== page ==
French butchers seek government protection from anti-meat ‘terrorism’
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French butchers have met with government officials to demand protection from “violent” vegan activists, marking the latest twist in a battle between France’s powerful meat industry and increasingly vocal animal-rights campaigners.
The CFBCT butchers' confederation asked police officials at the Interior Ministry on Tuesday to “end the impunity” enjoyed by hardline vegan activists, whom it blames for a campaign of violence and intimidation targeting meat vendors.
Several butcher shops were vandalised and sprayed with fake blood in the Hauts-de-France region of northern France in April, while the CFBCT said there were also precedents in the southern Occitanie region.
Meat vendors are not the only targets. Fishmongers have also reported attacks in northern France and a cheese shop in Lyon last year was spray-painted with the words “Milk = Murder” and “Milk = Rape”.
“Obviously we don’t expect to have a gendarme guarding each store” said CFBCT head Jean-François Guihard after the talks, calling instead for closer surveillance of activist groups that adopt violent methods.
The ministry meeting comes a week after Guihard’s confederation penned a letter to the government calling for protection from vegan campaigners who "want to impose their lifestyle on the immense majority of people".
Lamenting the “excessive media exposure about the vegan way of life,” the letter claimed that the “physical, verbal, and moral intimidation” of butchers amounted to “none other than a form of terrorism.”
As in other Western countries, eating habits are fast changing in France, historically a meat-eating nation that likes its steaks saignant (“bloody”, or rare), and where vegetarian options were once hard to find on restaurant menus.
Perhaps because of that culture, vegetarianism and veganism have been slower to catch on than in other countries. But they are now increasingly mainstream, particularly in urban centres, coinciding with growing concern for environment protection and animal rights.
Alarmed by the resulting decline in sales, the meat industry has successfully lobbied President Emmanuel Macron’s government to thwart measures perceived to be anti-meat.
In April, French lawmakers adopted an amendment that banned the use of such terms as “steak”, “fillet” or “sausage” to refer to non-meat products. The next month, a proposal that would have required schools to introduce a vegetarian meal at least once a week was instead shelved.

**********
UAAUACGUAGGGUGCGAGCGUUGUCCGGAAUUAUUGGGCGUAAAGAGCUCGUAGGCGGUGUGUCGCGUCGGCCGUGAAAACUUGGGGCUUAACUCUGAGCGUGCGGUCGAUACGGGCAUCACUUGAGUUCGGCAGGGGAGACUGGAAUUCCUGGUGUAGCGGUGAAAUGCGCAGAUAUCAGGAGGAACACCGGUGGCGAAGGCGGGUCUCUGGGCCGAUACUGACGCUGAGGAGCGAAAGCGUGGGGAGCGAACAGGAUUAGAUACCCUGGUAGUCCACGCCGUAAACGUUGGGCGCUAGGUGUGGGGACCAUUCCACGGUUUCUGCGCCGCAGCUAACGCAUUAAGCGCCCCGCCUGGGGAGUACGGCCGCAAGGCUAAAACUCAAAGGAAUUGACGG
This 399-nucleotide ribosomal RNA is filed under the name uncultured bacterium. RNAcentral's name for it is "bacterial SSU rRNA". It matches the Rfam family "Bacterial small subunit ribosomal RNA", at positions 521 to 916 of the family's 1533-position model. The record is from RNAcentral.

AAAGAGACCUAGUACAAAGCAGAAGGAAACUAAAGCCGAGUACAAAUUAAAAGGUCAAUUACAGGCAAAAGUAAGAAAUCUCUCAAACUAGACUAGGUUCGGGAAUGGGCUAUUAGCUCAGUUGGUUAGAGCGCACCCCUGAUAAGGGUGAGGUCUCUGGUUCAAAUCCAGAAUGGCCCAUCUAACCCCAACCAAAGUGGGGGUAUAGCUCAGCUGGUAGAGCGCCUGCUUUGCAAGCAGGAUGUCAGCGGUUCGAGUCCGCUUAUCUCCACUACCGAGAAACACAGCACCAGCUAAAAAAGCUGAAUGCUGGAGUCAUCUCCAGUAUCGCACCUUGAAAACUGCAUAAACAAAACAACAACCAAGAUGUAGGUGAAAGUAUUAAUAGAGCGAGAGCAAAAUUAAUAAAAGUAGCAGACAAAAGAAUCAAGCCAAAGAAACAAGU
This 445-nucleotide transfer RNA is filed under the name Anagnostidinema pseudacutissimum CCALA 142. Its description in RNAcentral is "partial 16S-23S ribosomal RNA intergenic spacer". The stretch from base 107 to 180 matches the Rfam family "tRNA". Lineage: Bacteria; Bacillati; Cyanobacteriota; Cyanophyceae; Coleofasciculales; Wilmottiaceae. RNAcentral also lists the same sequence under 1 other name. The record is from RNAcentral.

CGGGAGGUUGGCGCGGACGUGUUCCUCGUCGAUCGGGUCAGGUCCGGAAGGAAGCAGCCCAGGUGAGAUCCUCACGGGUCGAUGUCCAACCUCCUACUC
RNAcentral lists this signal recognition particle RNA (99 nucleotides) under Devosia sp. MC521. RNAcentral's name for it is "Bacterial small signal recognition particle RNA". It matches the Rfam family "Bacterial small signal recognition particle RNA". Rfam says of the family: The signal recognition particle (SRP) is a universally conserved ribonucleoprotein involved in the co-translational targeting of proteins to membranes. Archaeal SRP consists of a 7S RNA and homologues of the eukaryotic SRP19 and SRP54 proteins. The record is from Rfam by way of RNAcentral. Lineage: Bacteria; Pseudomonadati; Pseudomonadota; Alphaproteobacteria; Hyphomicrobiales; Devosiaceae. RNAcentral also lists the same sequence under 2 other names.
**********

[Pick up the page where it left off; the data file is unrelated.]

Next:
Vegan campaigners were also disappointed when an agriculture and nutrition law, approved earlier this year, made no provision for two of Macron’s campaign pledges: to make CCTV obligatory in all French abattoirs and ban the sale of battery-cage eggs.
Butchers as victims
While most animal-rights groups condemn all forms of violence, frustration at the slow pace of change and the continuing influence of the meat lobby has prompted some activists to adopt increasingly aggressive tactics.
“First shops were targeted with graffiti and splattered with fake blood, now their windows are shattered and ransacked,” said Guihard. “It’s simply unacceptable.”
The head of the CFBCT confederation, which represents 18,000 businesses across the country, said two more attacks had taken place since last week’s letter, bringing to “at least 50 the number of shops targeted with graffiti or smashed windows”.
In March this year, a vegan cheesemaker was handed a seven-month suspended jail sentence for condoning terrorism after she posted a message on Facebook describing the death of a supermarket butcher in a terrorist attack as “justice”.
On Monday, four animal-rights activists and a photographer appeared before magistrates in Versailles for illegally entering an abattoir and attempting to halt its machines during a nighttime raid in which 70 people took part, some wearing balaclavas.
The activists belonged to animal-rights groups L214 and 269 Libération animale, both of which have distanced themselves from the attacks on butchers and other shops.
“We don’t encourage anyone to smash windows,” Ceylan Cirik, co-president of 269 Libération animale, told AFP, lamenting the fact that such attacks “overshadow the real problem of animal suffering, and allow butchers to portray themselves as victims.”
(FRANCE 24 with AFP)
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